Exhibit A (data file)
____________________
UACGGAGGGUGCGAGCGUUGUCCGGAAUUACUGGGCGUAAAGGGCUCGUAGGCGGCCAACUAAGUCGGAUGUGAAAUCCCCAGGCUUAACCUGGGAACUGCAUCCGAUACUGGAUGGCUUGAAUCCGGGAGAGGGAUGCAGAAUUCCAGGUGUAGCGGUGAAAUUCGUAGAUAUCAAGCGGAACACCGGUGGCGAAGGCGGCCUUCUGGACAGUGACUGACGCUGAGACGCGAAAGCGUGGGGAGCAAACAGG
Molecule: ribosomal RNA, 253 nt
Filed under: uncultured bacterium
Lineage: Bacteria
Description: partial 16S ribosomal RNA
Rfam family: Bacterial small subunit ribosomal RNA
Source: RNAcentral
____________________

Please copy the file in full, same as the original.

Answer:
UACGGAGGGUGCGAGCGUUGUCCGGAAUUACUGGGCGUAAAGGGCUCGUAGGCGGCCAACUAAGUCGGAUGUGAAAUCCCCAGGCUUAACCUGGGAACUGCAUCCGAUACUGGAUGGCUUGAAUCCGGGAGAGGGAUGCAGAAUUCCAGGUGUAGCGGUGAAAUUCGUAGAUAUCAAGCGGAACACCGGUGGCGAAGGCGGCCUUCUGGACAGUGACUGACGCUGAGACGCGAAAGCGUGGGGAGCAAACAGG
Molecule: ribosomal RNA, 253 nt
Filed under: uncultured bacterium
Lineage: Bacteria
Description: partial 16S ribosomal RNA
Rfam family: Bacterial small subunit ribosomal RNA
Source: RNAcentral